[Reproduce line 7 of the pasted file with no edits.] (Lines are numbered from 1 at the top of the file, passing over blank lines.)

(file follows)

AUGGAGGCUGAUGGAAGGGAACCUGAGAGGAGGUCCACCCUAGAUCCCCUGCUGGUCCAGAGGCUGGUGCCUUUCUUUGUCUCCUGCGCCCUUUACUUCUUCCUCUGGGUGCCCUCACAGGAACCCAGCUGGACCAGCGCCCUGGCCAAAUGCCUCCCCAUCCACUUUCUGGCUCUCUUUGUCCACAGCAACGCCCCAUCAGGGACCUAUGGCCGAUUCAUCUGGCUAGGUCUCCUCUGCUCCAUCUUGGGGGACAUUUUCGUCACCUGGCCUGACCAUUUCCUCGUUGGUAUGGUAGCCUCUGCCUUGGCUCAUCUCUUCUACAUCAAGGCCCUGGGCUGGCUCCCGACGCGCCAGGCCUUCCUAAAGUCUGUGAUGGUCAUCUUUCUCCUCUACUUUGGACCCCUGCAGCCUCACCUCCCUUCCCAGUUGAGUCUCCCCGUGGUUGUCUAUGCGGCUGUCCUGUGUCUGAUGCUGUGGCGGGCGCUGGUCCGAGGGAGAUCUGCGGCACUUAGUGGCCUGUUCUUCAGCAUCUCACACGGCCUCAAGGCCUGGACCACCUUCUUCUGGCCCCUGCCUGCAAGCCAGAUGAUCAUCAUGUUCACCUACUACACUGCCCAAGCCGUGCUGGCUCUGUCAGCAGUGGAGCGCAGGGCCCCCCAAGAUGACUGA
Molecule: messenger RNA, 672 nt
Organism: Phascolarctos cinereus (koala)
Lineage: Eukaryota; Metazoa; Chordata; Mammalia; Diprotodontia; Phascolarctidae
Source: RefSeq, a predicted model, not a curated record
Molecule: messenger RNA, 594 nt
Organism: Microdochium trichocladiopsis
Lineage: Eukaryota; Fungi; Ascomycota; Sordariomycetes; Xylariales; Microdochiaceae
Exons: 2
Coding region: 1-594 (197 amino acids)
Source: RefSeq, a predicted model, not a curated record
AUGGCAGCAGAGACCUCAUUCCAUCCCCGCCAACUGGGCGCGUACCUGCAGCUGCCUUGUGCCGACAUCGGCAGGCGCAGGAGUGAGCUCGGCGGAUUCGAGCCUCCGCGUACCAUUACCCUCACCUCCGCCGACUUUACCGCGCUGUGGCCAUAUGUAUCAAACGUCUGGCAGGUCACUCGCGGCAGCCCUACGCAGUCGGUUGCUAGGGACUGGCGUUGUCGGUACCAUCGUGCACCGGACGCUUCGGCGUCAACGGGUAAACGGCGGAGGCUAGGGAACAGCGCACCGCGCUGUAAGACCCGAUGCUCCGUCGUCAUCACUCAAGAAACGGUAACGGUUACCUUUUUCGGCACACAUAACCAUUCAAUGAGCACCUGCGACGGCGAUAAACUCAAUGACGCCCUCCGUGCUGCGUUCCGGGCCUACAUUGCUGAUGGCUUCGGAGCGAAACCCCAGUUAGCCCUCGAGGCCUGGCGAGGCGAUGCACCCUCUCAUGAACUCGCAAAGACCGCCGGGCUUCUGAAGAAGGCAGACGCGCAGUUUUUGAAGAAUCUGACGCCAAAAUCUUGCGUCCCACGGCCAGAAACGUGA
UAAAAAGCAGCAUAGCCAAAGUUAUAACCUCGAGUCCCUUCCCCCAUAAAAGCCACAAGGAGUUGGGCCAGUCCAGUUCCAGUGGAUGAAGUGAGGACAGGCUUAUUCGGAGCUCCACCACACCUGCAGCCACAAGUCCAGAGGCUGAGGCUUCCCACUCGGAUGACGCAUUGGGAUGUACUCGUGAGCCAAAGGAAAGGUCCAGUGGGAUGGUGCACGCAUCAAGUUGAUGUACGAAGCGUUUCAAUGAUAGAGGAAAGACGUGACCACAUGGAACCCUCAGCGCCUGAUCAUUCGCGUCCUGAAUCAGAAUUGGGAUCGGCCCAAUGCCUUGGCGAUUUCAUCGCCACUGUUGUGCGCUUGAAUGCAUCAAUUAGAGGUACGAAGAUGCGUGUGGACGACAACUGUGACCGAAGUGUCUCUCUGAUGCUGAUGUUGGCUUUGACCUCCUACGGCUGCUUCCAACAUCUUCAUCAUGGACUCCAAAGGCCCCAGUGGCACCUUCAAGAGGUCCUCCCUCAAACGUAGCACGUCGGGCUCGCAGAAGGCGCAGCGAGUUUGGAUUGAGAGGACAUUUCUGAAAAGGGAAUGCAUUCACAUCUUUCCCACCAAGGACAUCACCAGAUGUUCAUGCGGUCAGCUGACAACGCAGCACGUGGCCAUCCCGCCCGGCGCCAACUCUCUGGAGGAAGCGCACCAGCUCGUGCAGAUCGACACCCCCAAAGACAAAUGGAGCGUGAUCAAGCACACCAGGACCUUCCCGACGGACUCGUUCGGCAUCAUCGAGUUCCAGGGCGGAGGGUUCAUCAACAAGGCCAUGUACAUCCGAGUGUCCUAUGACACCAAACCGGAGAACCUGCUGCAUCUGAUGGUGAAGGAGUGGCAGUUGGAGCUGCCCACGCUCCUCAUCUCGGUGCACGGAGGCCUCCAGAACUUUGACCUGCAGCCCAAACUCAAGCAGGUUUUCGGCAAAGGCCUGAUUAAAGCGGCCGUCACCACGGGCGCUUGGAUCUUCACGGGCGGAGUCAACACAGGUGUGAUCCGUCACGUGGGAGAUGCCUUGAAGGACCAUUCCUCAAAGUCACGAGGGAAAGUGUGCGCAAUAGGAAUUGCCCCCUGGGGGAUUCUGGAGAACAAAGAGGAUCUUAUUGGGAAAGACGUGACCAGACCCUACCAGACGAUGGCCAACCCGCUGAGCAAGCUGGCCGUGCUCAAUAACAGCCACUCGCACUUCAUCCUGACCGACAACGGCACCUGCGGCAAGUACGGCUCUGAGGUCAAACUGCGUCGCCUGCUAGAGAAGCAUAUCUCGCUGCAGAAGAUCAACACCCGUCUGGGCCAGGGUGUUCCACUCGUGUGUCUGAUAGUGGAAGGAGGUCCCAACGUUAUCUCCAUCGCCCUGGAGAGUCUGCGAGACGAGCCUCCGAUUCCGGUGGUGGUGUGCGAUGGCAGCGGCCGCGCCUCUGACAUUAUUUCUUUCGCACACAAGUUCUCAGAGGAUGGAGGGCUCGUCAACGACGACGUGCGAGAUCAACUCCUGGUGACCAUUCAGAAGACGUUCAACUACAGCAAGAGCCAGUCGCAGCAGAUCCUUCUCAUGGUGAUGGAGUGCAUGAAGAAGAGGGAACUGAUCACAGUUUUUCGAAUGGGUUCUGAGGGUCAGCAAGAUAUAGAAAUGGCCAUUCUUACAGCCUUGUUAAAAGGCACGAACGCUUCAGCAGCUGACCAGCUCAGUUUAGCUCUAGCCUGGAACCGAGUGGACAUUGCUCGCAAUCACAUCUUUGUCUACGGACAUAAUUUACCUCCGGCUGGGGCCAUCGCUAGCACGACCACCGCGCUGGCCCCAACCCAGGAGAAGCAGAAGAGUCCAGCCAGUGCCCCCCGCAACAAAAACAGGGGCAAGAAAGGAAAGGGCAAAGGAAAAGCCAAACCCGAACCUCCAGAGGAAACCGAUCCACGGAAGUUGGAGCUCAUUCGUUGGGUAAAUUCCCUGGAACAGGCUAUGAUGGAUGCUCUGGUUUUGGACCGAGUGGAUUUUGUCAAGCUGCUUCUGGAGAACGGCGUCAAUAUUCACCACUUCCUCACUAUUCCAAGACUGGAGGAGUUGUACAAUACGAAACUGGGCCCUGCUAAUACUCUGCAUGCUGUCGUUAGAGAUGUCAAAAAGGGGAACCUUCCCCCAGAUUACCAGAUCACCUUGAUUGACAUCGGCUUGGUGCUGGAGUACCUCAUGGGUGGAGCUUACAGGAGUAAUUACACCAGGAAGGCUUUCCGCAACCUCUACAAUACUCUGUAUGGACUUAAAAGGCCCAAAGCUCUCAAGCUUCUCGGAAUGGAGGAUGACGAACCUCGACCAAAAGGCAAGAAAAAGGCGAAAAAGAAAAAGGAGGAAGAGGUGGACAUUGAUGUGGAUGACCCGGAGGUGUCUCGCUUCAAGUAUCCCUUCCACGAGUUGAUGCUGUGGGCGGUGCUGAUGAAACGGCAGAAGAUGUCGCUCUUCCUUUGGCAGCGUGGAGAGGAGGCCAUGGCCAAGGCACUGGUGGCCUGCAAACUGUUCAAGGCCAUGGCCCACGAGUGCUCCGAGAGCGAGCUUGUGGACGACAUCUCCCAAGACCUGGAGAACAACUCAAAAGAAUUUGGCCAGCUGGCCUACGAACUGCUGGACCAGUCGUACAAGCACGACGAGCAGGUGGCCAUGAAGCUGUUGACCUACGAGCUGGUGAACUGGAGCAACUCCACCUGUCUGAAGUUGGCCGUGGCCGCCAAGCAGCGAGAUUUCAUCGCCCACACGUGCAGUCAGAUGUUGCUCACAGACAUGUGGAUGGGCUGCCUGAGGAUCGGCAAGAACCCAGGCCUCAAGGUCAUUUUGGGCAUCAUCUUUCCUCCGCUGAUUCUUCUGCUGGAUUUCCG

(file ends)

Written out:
Organism: Microdochium trichocladiopsis